If you can map a set (as in a one to one mapping, possibly with some natural numbers left unmapped as in the case of a finite set) to the set of natural numbers (or some other countable set), then that set is countable.
OK, let me start over... The number I was talking about with (0.000...1) is not a quantifiable amount. Maybe if I said (1/infinity) my point would be more clear, although after all this I think I forgot what my original point was anyways.  12. Originally Posted by Blackroot
No matter what you say to be true about these, you cant disreguard the fact that .9(infinity) does not equal one it equals very close to one, but not 1.
That is rubbish: 0.999... and 1 are symbols. Proofs have shown that the numbers represented by these symbols are the same. Originally Posted by Blackroot
prehaps in the ideogy of infinity it could be said to have merit, but in such a case you shoulden't be comparing infinity with a real number anyway
This is a strawman argument since the proofs in question do not involve treating the concept of infinity as a real number. Originally Posted by Blackroot
Slightly offtopic though, neither 1 = 0 nor .999 = 1 are true in the realm of reality. (.999 apples != 1 apple!) (1 apple != 0 apples!)
By that reasoning 0.5 + 0.5 = 1 is false is the "realm of reality" as well, since adding half an apple and another half an apple does not give you an apple. In any case, note that we are talking about 0.999..., not 0.999. Part of your problem is inaccuracy of notation, which also leads you to postulate that strawman argument as mentioned. 13. Well part of the problem comes from differeing definitions of infinity. In mathematical terms infinity is a fixed quantity that exists outside the set of real numbers. Most laymen think of it as a really large number'. Its not really large it is in fact unquantifiably large. It cannot be treated as so large that it simply obliterates all other values that are entangled with it, it must be treated as a unique quantity and kept serpate from the entangled terms, just as the imaginary number i must be treated as a seperate quantity, otherwise the maths break down.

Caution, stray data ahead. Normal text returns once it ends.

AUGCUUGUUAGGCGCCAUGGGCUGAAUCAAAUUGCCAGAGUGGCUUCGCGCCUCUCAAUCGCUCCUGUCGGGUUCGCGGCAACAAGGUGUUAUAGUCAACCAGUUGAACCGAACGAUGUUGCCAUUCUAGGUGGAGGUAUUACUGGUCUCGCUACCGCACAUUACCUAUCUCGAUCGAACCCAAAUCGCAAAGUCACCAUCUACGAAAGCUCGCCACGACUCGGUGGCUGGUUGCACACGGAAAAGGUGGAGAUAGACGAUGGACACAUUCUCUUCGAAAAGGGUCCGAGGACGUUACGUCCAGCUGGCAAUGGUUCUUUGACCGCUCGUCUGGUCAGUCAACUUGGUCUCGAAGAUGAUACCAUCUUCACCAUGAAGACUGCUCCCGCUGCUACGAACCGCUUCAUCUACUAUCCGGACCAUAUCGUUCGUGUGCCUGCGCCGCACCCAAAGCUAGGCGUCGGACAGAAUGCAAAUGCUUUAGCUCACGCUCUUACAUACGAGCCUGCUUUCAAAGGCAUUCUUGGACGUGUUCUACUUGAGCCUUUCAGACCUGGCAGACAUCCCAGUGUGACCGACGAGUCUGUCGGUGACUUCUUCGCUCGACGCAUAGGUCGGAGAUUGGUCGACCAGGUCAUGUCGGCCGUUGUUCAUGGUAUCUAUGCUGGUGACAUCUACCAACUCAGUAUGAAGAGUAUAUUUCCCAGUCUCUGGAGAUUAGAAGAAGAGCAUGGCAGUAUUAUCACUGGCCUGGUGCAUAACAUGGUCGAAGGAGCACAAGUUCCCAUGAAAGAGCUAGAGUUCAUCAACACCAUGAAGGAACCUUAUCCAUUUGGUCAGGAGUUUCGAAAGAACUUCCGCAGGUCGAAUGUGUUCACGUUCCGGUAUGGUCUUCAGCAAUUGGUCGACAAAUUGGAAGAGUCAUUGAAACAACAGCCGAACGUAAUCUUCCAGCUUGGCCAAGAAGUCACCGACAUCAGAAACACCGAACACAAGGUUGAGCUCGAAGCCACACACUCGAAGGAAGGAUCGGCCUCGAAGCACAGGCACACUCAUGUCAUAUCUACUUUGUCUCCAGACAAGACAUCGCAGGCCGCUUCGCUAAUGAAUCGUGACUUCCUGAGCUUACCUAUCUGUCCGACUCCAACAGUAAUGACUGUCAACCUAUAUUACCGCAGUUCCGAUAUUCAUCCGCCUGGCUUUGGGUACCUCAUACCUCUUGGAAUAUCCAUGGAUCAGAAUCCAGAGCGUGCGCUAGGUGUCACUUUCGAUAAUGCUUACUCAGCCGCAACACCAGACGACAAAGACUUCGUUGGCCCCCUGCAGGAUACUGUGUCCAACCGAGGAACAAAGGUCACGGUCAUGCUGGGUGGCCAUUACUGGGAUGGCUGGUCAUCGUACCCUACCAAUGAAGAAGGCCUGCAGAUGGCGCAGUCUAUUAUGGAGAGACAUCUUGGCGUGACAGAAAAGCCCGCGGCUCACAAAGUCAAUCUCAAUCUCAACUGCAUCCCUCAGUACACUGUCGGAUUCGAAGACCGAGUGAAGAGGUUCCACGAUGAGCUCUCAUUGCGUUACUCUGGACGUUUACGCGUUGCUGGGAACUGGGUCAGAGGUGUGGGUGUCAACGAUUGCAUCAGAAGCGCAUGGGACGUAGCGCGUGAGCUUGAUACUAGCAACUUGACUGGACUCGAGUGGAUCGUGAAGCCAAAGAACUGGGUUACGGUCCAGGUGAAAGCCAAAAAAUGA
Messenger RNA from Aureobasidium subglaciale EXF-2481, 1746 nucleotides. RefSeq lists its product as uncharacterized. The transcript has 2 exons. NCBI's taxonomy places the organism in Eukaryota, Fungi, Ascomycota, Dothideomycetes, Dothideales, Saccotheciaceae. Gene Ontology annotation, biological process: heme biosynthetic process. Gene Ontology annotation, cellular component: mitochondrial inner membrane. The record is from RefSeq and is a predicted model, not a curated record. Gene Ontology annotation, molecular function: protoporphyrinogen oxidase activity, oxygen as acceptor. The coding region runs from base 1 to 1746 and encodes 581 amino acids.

5i * 5i yields 25i^2 = -25, not 25i

5 * infinity * 5 * infinity = 25 * infinity ^2, not 25 infinity or inifinty

5/0 = 5 * infinity not infinity

5/0 * 0 = 5

5*infinity * 0 = 5

If you do NOT treat infinity and hence division by zero as special unique quanities then the maths break down and in that illogical realm yes, you can prove any number to equal any other number, which is itself the proof that you must keep them seperate. 14. Code:
`Most laymen think of it as a really large number'. Its not really large it is in fact unquantifiably large.`
Lol, I would be a just a little bit surprised if I met anyone older than 10 that beleived that. 15. Originally Posted by abachler 5/0 * 0 = 5

5*infinity * 0 = 5
Shouldn't those both equal 0? Anything times 0 equals 0 right? Popular pages Recent additions